Seventeen years later, I asked Renault, now under the technical leader-ship of Rob White, to relaunch the project. While the Renault V8 was less powerful than the Mercedes, in this area they did a superb job of blending cylinder cut, ignition timing and throttle position to give what became known as ‘hot-blowing’. It was the key to our success in that 2011 season.
Ferrari put their exhaust in a similar place, just in front of the rear wheel, but didn’t appear to get as much out of the system as we did; McLaren had come up with an incredibly complicated exhaust system trying to achieve a similar thing, which, frankly, just didn’t work, and having struggled through pre-season testing, they then did a depressingly fast job of simply copying our exhaust and having it on the car for Melbourne, overnight making them very competitive.
5. On His Current Role in Red Bull Racing
But given my diminishing passion for the sport as it currently finds itself, I still needed to rethink things at Red Bull. l didn’t want to leave; equally, I didn’t want to be flogging my guts out trying to find competitiveness in a car that couldn’t compete on engine performance. And I wanted a new challenge. Motor racing has been a fantastic career that had absorbed me from the age of 21 at Fittipaldi’s in 1980 through to 2014, during which time the number of engineers in a top team has gone from around 5 to well over 200.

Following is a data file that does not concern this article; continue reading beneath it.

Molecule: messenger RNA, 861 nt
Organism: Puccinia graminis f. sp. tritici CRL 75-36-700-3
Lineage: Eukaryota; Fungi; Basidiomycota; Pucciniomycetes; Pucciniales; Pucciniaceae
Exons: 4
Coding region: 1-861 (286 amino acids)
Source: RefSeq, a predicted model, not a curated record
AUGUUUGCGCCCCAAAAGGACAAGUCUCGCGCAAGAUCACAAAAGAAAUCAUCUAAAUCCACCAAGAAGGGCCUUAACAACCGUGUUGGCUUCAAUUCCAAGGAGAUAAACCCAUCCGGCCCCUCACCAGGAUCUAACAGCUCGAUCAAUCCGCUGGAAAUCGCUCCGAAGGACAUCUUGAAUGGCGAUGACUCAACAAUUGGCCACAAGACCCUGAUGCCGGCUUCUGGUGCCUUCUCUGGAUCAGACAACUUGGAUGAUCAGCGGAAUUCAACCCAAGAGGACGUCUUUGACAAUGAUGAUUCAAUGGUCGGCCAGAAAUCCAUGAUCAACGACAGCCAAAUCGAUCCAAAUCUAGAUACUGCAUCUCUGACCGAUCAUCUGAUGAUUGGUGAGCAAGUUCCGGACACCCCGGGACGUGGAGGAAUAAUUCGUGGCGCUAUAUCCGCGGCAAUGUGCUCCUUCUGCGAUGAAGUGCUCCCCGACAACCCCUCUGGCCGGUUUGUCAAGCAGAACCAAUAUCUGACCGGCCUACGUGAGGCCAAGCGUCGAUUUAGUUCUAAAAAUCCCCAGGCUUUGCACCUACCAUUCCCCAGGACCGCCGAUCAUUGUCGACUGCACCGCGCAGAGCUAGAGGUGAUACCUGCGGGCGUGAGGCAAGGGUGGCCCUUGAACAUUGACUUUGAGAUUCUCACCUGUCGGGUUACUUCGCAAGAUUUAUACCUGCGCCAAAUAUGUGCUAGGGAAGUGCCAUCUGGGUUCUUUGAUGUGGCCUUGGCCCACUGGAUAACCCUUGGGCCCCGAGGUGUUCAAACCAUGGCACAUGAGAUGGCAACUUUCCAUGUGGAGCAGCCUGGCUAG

So, after lots of discussions with Christian and Jayne, we agreed the best way forward was for me to step back into a less hands-on role. I’m still involved in the design of the cars, and still spend roughly half of my time on the Formula One side of the operation — the car continues to have some features that have come off my drawing board — but most areas are now the responsibility of other senior members of the team, giving them the space to develop and grow.
6. On Creating the Aston Martin Valkyrie
Some years previously, in early 2010, Sony PlayStation had approached me to ask if I would be interested in designing a ‘no rules’ F1 car for their game. As luck would have it, we went skiing shortly afterwards but the snow that year was poor, so I used the idle moments to come up with ideas, a spec sheet and some sketches. All a bit of fun, but I enjoyed the process and the chance to come up with ideas without the constraints of the regulatory chains that we normally work within.